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Real Gone’s Duos, Reviewed: Tom Jans and Mimi Fariña, Chet Atkins and Les Paul, Barbara and Ernie

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Tom JansReal Gone Music has recently released three very different albums from three duo acts, and we’re looking at each one of them!

Tom Jans is perhaps best known today as the songwriter of “Loving Arms,” so memorably recorded by Elvis Presley in 1973 and also cut by everyone from Etta James to Kenny Rogers.  But in his tragically short lifetime – he died in 1984, aged 35 or 36 depending on the source – Jans also recorded five albums as a singer-songwriter.  His first two, including an album of duets with Mimi Fariña, have been reissued on one CD by Real Gone (RGM-0132).

Jeffrey Shurtleff introduced Jans to Joan Baez, who in turn introduced Jans to her younger sister Fariña.  Mimi was seeking a return to music after her second failed marriage; her first, to Richard Fariña with whom she had recorded a series of folk LPs, ended when he perished in a motorcycle accident.  Jans was an ideal collaborator, and their harmonious blend earned them a following in and around the Bay Area.  They toured with Cat Stevens and James Taylor before signing to A&M for 1971’s Take Heart, the first of the two albums on Real Gone’s new CD.

For their album debut, Jans and Fariña enlisted three-fourths of the famed Section of L.A. musicians: Craig Doerge on piano, Leland Sklar on electric bass and Russ Kunkel on drums.  Another session pro, Jim Keltner, filled Kunkel’s chair on some tracks; “Sneaky” Pete Kleinow also contributed pedal steel to one track.  The album crafted by this core band under the aegis of “the other” Michael Jackson as producer is a tender, soft, folk-style affair, anchored by Jans and Fariña’s tight harmonies and acoustic guitars.  Every song was written by Jans, Fariña, or the two artists in tandem, save one.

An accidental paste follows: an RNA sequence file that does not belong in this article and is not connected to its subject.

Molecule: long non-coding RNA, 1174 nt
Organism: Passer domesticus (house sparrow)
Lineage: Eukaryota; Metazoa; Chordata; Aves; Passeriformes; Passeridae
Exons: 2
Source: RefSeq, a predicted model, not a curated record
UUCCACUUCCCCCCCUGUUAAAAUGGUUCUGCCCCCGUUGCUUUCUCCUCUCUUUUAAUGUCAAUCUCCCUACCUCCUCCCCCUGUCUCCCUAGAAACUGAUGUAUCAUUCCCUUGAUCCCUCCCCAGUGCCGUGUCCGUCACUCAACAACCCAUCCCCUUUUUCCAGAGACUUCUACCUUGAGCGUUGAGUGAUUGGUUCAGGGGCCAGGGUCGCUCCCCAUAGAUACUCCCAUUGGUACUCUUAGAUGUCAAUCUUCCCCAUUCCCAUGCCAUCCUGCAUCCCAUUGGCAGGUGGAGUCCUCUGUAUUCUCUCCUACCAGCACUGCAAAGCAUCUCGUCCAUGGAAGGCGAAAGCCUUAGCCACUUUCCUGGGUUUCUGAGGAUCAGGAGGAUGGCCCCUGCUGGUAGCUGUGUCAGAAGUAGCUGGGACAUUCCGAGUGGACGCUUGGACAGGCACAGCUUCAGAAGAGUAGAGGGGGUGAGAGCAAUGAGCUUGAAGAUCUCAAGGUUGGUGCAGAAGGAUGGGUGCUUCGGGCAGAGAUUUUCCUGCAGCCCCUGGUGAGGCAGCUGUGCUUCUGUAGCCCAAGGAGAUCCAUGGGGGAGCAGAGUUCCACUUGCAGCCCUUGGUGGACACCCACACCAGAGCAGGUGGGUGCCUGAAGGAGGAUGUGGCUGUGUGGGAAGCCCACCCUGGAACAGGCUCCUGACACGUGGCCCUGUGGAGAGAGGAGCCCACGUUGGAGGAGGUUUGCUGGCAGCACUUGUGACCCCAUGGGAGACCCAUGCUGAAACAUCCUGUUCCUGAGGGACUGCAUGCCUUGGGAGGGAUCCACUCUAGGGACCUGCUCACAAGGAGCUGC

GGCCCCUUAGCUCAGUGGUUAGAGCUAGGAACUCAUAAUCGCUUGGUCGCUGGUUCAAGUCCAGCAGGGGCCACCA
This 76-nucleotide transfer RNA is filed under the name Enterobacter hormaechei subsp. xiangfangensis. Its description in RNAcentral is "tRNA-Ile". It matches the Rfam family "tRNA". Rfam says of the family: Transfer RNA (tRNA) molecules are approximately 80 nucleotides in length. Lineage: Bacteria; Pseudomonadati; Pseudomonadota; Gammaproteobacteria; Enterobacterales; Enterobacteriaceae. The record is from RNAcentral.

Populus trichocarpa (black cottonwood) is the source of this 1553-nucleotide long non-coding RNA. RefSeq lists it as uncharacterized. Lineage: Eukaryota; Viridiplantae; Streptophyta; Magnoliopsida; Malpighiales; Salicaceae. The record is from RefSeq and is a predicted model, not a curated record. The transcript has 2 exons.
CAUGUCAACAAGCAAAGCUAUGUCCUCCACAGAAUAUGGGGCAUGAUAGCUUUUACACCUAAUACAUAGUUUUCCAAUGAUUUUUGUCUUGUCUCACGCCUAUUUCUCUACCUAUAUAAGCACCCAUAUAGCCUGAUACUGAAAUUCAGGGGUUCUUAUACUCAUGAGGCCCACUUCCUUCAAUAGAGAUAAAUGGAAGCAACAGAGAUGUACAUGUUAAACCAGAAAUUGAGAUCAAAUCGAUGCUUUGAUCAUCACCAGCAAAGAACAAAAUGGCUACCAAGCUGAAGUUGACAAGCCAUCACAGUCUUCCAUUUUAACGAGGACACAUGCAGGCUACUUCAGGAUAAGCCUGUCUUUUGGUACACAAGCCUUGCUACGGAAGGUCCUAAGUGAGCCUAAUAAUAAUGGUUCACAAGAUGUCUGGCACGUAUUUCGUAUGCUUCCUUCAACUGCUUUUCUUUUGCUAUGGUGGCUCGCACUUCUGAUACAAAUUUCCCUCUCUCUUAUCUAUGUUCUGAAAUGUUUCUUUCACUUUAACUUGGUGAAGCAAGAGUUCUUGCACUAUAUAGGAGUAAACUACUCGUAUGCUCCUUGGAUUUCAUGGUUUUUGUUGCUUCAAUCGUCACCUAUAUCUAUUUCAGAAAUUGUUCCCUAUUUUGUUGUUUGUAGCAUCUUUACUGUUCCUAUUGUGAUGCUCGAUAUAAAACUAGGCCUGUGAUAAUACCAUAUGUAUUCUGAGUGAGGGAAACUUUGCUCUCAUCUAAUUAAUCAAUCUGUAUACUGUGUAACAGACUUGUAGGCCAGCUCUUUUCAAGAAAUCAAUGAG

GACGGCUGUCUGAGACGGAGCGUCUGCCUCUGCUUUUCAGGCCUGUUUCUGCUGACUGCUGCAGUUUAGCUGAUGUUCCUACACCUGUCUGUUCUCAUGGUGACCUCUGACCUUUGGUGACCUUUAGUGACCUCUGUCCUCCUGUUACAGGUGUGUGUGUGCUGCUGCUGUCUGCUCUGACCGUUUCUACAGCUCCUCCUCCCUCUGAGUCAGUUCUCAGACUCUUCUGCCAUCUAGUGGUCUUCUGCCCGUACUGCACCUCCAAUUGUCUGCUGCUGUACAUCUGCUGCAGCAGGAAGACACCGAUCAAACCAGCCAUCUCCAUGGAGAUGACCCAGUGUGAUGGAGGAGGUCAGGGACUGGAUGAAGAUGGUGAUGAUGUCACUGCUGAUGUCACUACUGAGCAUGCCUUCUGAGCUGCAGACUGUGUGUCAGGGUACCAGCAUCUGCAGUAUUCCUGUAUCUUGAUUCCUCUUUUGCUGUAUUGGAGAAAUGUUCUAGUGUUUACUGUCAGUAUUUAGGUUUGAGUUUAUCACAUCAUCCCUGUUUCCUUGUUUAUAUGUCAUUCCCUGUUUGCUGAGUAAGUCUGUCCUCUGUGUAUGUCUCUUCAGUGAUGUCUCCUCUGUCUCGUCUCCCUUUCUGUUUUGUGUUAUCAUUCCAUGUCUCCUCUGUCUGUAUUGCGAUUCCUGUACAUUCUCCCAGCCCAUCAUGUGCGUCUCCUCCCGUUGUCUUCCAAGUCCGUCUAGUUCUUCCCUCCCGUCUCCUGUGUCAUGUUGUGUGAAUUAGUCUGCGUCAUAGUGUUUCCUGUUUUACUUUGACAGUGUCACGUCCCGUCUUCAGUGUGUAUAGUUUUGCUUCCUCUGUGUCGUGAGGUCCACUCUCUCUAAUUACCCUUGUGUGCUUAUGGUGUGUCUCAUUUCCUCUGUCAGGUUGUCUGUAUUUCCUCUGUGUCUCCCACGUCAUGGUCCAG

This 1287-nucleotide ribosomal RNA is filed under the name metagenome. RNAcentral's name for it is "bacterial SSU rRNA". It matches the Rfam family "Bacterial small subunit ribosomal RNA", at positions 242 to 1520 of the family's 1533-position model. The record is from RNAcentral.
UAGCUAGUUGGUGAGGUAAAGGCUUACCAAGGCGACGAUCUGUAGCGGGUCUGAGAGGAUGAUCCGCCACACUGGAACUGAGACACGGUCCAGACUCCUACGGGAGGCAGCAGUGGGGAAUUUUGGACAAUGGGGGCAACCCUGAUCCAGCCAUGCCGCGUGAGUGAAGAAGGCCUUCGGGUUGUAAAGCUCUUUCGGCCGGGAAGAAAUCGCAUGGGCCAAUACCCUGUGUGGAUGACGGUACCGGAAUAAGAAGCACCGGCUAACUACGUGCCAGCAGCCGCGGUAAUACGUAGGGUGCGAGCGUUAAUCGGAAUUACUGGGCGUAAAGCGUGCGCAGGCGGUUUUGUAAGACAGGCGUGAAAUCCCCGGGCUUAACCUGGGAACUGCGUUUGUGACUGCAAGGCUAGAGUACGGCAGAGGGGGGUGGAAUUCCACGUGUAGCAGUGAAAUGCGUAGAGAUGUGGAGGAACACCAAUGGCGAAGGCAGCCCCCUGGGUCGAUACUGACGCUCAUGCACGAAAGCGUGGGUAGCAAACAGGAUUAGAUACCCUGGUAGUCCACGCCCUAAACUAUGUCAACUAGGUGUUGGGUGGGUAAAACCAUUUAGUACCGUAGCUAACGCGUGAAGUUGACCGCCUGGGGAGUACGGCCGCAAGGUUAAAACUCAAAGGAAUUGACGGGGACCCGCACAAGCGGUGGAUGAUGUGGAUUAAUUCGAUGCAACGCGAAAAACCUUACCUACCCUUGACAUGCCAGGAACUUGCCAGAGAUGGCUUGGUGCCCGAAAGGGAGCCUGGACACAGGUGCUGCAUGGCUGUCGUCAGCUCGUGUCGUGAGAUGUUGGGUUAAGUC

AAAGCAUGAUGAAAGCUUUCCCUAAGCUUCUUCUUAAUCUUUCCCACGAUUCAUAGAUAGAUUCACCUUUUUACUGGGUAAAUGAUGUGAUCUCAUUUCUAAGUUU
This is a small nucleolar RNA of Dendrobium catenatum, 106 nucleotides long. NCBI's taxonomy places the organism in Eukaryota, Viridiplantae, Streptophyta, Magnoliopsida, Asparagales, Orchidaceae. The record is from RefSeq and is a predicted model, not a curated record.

The album opens with the lyric “Carolina’s on my mind,” except in Jans’ song “Carolina,” the title refers to a woman, not a state (or a state of mind).  It’s just the first of the character studies on Take Heart.  On “Charlotte,” Fariña’s pure, crystalline voice, so reminiscent of her sister Joan Baez’s, is enhanced by Edgar Lustgarten’s cello for a story of a girl who’d “like to see her sister take a fall, up, up on a stage, where the whole world could see.”  If any parallels – intentional or otherwise – bothered Baez, she didn’t let on, and supported her sister by recording the album’s “In the Quiet Morning” for her own A&M album.  Mimi’s song was a eulogy for Janis Joplin (“That poor girl, she cried out her song so loud/It was heard the whole world ‘round…”), but it wasn’t the only tribute to fallen friends.  Mimi also wrote “Reach Out,” subtitled “For Chris Ross,” who was “so lonesome that he died.”  She tempers the song with the encouraging chorus: “Reach out, make a little contact/Reach out, send a little love!/You may think this life is trying, but this is it, so do the best with it/’Cause for now, it’s all you’ve got…”  The country-flecked “Letter to Jesus” shows off the duo’s gorgeous vocal blend at its most lovely, while “After the Sugar Harvest” features just their shimmering acoustic guitars.  Clearly both Jans and Fariña enjoyed the sound of country duos; the album’s lone cover is Buck Owens’ “The Great White Horse,” which Owens sang with Susan Raye.

After the jump: more on Tom Jans, plus reviews of Chet Atkins and Les Paul, and the jazz-pop-R&B team of Barbara (Massey) and Ernie (Calabria)! Read the rest of this entry »

Written by Joe Marchese

May 7, 2013 at 14:46